Sonic Adventure 2: Battle Network is a netplay mod for Sonic Adventure 2 PC which is still very much in early development, and not a Sonic/Mega Man Battle Network crossover, unfortunately.
Originally a stand-alone program, SA2:BN now utilizes the SA2 Mod Loader to check for changed player and input values and synchronizes them with another instance of SA2 over the internet. It also now uses an oh so very slightly modified version of the SFML networking library (to allow seeking in sf::Packet).
These are old screenshots.
- Windows XP or newer.
- SA2 Mod Loader
- Visual C++ Redistributable for Visual Studio 2015 x86
(Make absolutely sure you download the 32-bit (x86) version regardless of whether or not you have a 64-bit operating system, as this is a 32-bit dll.)
See known issues and report bugs here
- Extract the SA2 Mod Loader to your SA2 folder, launch the Mod Manager, and click "Install loader"
- Extract the SA2 Battle Network archive to the "mods" folder.
- Re-open the Mod Manager if you closed it, or just click refresh if it was still open.
- Find "SA2 Battle Network" and enable it (by ticking the checkbox to the left)
- If you have MainMemory's Character Select mod, disable it if you want spawn points in multiplayer to function correctly.
- If you know how to run a program with command-line arguments, just scroll down to see them.
- In Steam, right click on Sonic Adventure 2, and click "Properties", click the "Local Files" tab, and click "Browse Local Files..."
- Create a shortcut to sonic2app.exe and place it wherever you like
- Right click the shortcut and click Properties.
- In the "Target" box, at the end of the text, add a space followed by the arguments you want (e.g: "sonic2app.exe" -h 27015). Details below.
You must use that shortcut to launch the game in order for it to work. But I know what you're thinking. "Steam has launch options! Can't I just use that?" - but the answer is no. SA2 on Steam will always start the launcher first, so the command line arguments will go to the launcher and not the game.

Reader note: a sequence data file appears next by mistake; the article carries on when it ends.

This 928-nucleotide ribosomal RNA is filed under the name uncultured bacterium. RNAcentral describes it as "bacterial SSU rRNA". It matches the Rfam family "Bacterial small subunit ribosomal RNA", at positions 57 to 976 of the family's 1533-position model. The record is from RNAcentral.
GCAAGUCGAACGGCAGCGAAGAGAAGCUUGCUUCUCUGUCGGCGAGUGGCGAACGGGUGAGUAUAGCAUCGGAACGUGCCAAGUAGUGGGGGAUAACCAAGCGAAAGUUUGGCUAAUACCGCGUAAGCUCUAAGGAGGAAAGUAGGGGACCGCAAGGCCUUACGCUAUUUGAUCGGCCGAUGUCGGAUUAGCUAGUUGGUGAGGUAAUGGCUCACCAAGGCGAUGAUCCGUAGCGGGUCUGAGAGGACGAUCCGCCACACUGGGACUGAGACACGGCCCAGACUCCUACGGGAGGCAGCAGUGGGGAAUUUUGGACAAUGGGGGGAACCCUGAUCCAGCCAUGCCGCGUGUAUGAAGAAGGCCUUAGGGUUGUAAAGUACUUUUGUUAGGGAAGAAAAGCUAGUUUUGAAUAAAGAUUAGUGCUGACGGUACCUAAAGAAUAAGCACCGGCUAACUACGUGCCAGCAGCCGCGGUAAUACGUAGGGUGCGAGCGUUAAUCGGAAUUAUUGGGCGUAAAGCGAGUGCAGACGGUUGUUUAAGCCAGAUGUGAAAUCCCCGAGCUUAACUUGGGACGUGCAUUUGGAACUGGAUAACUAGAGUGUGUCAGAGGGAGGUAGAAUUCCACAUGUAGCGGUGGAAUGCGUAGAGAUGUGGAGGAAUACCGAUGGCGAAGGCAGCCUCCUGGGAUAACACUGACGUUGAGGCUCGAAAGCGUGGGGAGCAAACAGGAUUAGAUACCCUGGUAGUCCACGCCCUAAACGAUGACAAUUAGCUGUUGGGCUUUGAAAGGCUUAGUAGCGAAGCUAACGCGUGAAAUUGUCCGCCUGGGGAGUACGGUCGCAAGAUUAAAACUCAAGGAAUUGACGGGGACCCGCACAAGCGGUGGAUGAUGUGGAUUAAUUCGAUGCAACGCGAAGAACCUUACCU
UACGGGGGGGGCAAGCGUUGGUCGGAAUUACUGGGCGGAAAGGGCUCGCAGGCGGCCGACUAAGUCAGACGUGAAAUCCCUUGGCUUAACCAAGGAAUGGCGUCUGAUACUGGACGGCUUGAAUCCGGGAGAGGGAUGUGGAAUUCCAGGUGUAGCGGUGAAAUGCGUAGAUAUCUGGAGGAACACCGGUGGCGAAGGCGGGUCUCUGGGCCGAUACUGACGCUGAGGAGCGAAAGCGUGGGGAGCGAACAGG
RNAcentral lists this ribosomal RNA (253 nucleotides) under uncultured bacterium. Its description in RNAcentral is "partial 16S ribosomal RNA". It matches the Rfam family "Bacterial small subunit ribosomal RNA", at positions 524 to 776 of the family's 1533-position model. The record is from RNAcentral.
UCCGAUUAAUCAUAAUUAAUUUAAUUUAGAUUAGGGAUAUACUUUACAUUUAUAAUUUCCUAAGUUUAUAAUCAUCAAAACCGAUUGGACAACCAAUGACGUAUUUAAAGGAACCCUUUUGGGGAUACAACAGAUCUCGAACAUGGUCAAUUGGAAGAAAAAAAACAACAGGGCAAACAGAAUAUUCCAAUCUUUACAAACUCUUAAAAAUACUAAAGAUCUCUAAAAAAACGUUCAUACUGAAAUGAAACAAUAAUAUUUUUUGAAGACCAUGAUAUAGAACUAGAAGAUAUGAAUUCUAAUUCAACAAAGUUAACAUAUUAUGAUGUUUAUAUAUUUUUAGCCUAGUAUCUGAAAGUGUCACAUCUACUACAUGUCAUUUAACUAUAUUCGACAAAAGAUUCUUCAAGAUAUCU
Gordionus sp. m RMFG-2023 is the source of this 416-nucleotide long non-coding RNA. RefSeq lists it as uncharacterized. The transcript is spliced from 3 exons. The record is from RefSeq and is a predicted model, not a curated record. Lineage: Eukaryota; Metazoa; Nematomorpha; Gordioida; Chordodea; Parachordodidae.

Note: If you're trying to host and you don't use something like Evolve or Hamachi, you must forward ports on your router for both UDP and TCP protocols (for now). I won't go into detail on how to do this as there are many online resources that give detailed instructions already.
Command line arguments:
- --host (or -h) [port] - Hosts a server on the specified port. When in doubt, use 27015
- --connect (or -c) [address:port] - Connects to the specified address on the specified port. NOTE: As of version 3.2, the format has changed from the original [address] [port] to [address:port]. Be sure to update your shortcuts and stuff.
- --timeout (or -t) [timeout] - The connection timeout in milliseconds. Default is 15000, minimum is 1000. Currently non-functional.
- --no-specials - Disables special abilities in 2P mode entirely. It doesn't synchronize yet, so both players must use it.
- --keep-active - Keeps the game window active. In other words, it doesn't pause when you click on another program while in window mode. Also available in mod form.
- --cheats - Enables teleportation.
- --netstat - Enables network statistic logging. Saves as netstat.recv.csv and netstat.sent.csv
Example: --connect 127.0.0.1 27015 --no-specials
- Toggle-able splitscreen ingame (Press L+R) (DO NOT use if splitscreen was not already on or the game may crash.)
- Input handler (this makes all the difference in the world)
- Synced upgrades if you want to cheat yourself a bounce bracelet and the like =P
- Configurable 2player specials (ring count requirements, blacklist, etc; e.g speed up only, 50 ring requirement)
- Something everyone has wanted forever
I owe a huge thanks to MainMemory for helping me out with a lot of things (such as enabling me to run multiple instances of SA2).
On the same token, let me be clear here. MainMemory did all of the reverse engineering. Without his work, this would not have been possible simply because I wouldn't even know where to start with a disassembly and the like. Not to mention the executable had encrypted data which would make it crash if you tried to attach Cheat Engine's debugger... which MainMemory also cracked. The closest thing I got to reverse engineering was finding the input structure of which MainMemory has already documented for SADX (it's pretty much the same).
And with that, I also have to thank everyone who worked on the cheat table, Sonickidnextgen who wrote the (original) socket library and helped me be less derp at programming (It's still a mess. I'LL CLEAN IT UP LATER I SWEAR!), and everyone who helped me test it. Couldn't have done it without you guys!